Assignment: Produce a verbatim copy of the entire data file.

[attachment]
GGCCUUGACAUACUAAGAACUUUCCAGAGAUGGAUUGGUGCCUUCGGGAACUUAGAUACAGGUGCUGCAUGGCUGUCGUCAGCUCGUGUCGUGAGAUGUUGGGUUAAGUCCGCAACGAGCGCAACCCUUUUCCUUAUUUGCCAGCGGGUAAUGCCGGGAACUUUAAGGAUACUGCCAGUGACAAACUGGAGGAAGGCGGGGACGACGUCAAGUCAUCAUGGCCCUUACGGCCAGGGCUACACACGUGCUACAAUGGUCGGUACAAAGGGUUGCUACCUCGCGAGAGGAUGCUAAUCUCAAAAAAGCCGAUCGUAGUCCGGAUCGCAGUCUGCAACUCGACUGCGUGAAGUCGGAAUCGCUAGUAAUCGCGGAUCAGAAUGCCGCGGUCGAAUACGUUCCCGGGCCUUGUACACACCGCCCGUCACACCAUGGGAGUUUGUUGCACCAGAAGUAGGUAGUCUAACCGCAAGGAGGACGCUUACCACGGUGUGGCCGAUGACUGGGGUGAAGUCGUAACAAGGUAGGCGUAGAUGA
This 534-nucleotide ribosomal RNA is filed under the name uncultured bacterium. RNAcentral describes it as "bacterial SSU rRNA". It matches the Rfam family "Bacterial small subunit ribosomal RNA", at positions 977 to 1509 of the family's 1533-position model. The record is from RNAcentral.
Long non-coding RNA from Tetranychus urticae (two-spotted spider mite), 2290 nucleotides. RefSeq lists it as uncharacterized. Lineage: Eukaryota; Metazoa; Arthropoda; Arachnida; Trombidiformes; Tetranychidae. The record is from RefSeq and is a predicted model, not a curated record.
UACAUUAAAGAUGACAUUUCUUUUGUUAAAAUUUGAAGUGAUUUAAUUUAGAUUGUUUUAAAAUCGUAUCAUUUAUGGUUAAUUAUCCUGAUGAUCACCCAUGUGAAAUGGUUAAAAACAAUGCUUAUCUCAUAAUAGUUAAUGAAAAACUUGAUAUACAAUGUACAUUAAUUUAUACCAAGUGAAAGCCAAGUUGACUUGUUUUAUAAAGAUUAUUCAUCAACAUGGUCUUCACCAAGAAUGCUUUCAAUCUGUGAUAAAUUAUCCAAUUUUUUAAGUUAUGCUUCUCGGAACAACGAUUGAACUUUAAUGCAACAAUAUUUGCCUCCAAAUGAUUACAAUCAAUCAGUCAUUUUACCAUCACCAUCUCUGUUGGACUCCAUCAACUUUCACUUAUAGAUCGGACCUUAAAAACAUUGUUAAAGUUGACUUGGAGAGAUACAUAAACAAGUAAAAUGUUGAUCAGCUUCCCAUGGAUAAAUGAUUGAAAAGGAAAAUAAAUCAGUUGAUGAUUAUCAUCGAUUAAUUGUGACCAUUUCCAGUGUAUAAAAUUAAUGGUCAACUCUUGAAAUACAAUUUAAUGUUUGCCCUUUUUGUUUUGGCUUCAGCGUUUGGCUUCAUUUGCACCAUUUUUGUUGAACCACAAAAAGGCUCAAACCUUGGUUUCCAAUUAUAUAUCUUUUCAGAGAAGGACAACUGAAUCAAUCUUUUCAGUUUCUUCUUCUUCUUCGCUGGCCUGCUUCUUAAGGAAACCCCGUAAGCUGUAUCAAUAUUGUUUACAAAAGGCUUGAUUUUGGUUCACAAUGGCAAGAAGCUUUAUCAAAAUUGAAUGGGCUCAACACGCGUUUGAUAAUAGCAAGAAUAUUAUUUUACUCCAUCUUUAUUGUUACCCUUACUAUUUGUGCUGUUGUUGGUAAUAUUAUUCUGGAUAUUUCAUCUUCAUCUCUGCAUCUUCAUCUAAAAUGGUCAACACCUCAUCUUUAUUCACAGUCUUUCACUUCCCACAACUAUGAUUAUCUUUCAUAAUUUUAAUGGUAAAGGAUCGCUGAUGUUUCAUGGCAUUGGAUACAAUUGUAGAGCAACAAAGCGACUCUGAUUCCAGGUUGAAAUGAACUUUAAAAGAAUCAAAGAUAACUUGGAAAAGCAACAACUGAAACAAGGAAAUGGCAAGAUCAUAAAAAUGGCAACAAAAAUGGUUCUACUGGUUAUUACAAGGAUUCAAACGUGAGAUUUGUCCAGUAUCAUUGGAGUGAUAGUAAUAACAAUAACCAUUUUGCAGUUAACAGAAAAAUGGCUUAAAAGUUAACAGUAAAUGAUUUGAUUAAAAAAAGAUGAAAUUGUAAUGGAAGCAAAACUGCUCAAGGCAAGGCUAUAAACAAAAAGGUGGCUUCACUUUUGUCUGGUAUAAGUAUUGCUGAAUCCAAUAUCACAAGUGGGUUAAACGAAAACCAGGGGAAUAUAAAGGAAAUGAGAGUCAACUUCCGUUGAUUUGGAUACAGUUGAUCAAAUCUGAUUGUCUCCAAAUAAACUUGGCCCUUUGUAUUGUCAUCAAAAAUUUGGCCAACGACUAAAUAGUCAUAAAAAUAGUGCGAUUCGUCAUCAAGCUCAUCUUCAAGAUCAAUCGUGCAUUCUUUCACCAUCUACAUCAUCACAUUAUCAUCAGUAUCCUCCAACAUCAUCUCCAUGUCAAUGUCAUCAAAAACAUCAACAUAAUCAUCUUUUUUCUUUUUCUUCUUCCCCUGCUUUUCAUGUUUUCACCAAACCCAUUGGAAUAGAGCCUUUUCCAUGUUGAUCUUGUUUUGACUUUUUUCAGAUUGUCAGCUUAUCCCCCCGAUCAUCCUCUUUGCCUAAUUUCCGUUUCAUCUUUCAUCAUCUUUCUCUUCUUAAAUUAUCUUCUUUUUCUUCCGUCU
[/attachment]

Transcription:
GGCCUUGACAUACUAAGAACUUUCCAGAGAUGGAUUGGUGCCUUCGGGAACUUAGAUACAGGUGCUGCAUGGCUGUCGUCAGCUCGUGUCGUGAGAUGUUGGGUUAAGUCCGCAACGAGCGCAACCCUUUUCCUUAUUUGCCAGCGGGUAAUGCCGGGAACUUUAAGGAUACUGCCAGUGACAAACUGGAGGAAGGCGGGGACGACGUCAAGUCAUCAUGGCCCUUACGGCCAGGGCUACACACGUGCUACAAUGGUCGGUACAAAGGGUUGCUACCUCGCGAGAGGAUGCUAAUCUCAAAAAAGCCGAUCGUAGUCCGGAUCGCAGUCUGCAACUCGACUGCGUGAAGUCGGAAUCGCUAGUAAUCGCGGAUCAGAAUGCCGCGGUCGAAUACGUUCCCGGGCCUUGUACACACCGCCCGUCACACCAUGGGAGUUUGUUGCACCAGAAGUAGGUAGUCUAACCGCAAGGAGGACGCUUACCACGGUGUGGCCGAUGACUGGGGUGAAGUCGUAACAAGGUAGGCGUAGAUGA
This 534-nucleotide ribosomal RNA is filed under the name uncultured bacterium. RNAcentral describes it as "bacterial SSU rRNA". It matches the Rfam family "Bacterial small subunit ribosomal RNA", at positions 977 to 1509 of the family's 1533-position model. The record is from RNAcentral.
Long non-coding RNA from Tetranychus urticae (two-spotted spider mite), 2290 nucleotides. RefSeq lists it as uncharacterized. Lineage: Eukaryota; Metazoa; Arthropoda; Arachnida; Trombidiformes; Tetranychidae. The record is from RefSeq and is a predicted model, not a curated record.
UACAUUAAAGAUGACAUUUCUUUUGUUAAAAUUUGAAGUGAUUUAAUUUAGAUUGUUUUAAAAUCGUAUCAUUUAUGGUUAAUUAUCCUGAUGAUCACCCAUGUGAAAUGGUUAAAAACAAUGCUUAUCUCAUAAUAGUUAAUGAAAAACUUGAUAUACAAUGUACAUUAAUUUAUACCAAGUGAAAGCCAAGUUGACUUGUUUUAUAAAGAUUAUUCAUCAACAUGGUCUUCACCAAGAAUGCUUUCAAUCUGUGAUAAAUUAUCCAAUUUUUUAAGUUAUGCUUCUCGGAACAACGAUUGAACUUUAAUGCAACAAUAUUUGCCUCCAAAUGAUUACAAUCAAUCAGUCAUUUUACCAUCACCAUCUCUGUUGGACUCCAUCAACUUUCACUUAUAGAUCGGACCUUAAAAACAUUGUUAAAGUUGACUUGGAGAGAUACAUAAACAAGUAAAAUGUUGAUCAGCUUCCCAUGGAUAAAUGAUUGAAAAGGAAAAUAAAUCAGUUGAUGAUUAUCAUCGAUUAAUUGUGACCAUUUCCAGUGUAUAAAAUUAAUGGUCAACUCUUGAAAUACAAUUUAAUGUUUGCCCUUUUUGUUUUGGCUUCAGCGUUUGGCUUCAUUUGCACCAUUUUUGUUGAACCACAAAAAGGCUCAAACCUUGGUUUCCAAUUAUAUAUCUUUUCAGAGAAGGACAACUGAAUCAAUCUUUUCAGUUUCUUCUUCUUCUUCGCUGGCCUGCUUCUUAAGGAAACCCCGUAAGCUGUAUCAAUAUUGUUUACAAAAGGCUUGAUUUUGGUUCACAAUGGCAAGAAGCUUUAUCAAAAUUGAAUGGGCUCAACACGCGUUUGAUAAUAGCAAGAAUAUUAUUUUACUCCAUCUUUAUUGUUACCCUUACUAUUUGUGCUGUUGUUGGUAAUAUUAUUCUGGAUAUUUCAUCUUCAUCUCUGCAUCUUCAUCUAAAAUGGUCAACACCUCAUCUUUAUUCACAGUCUUUCACUUCCCACAACUAUGAUUAUCUUUCAUAAUUUUAAUGGUAAAGGAUCGCUGAUGUUUCAUGGCAUUGGAUACAAUUGUAGAGCAACAAAGCGACUCUGAUUCCAGGUUGAAAUGAACUUUAAAAGAAUCAAAGAUAACUUGGAAAAGCAACAACUGAAACAAGGAAAUGGCAAGAUCAUAAAAAUGGCAACAAAAAUGGUUCUACUGGUUAUUACAAGGAUUCAAACGUGAGAUUUGUCCAGUAUCAUUGGAGUGAUAGUAAUAACAAUAACCAUUUUGCAGUUAACAGAAAAAUGGCUUAAAAGUUAACAGUAAAUGAUUUGAUUAAAAAAAGAUGAAAUUGUAAUGGAAGCAAAACUGCUCAAGGCAAGGCUAUAAACAAAAAGGUGGCUUCACUUUUGUCUGGUAUAAGUAUUGCUGAAUCCAAUAUCACAAGUGGGUUAAACGAAAACCAGGGGAAUAUAAAGGAAAUGAGAGUCAACUUCCGUUGAUUUGGAUACAGUUGAUCAAAUCUGAUUGUCUCCAAAUAAACUUGGCCCUUUGUAUUGUCAUCAAAAAUUUGGCCAACGACUAAAUAGUCAUAAAAAUAGUGCGAUUCGUCAUCAAGCUCAUCUUCAAGAUCAAUCGUGCAUUCUUUCACCAUCUACAUCAUCACAUUAUCAUCAGUAUCCUCCAACAUCAUCUCCAUGUCAAUGUCAUCAAAAACAUCAACAUAAUCAUCUUUUUUCUUUUUCUUCUUCCCCUGCUUUUCAUGUUUUCACCAAACCCAUUGGAAUAGAGCCUUUUCCAUGUUGAUCUUGUUUUGACUUUUUUCAGAUUGUCAGCUUAUCCCCCCGAUCAUCCUCUUUGCCUAAUUUCCGUUUCAUCUUUCAUCAUCUUUCUCUUCUUAAAUUAUCUUCUUUUUCUUCCGUCU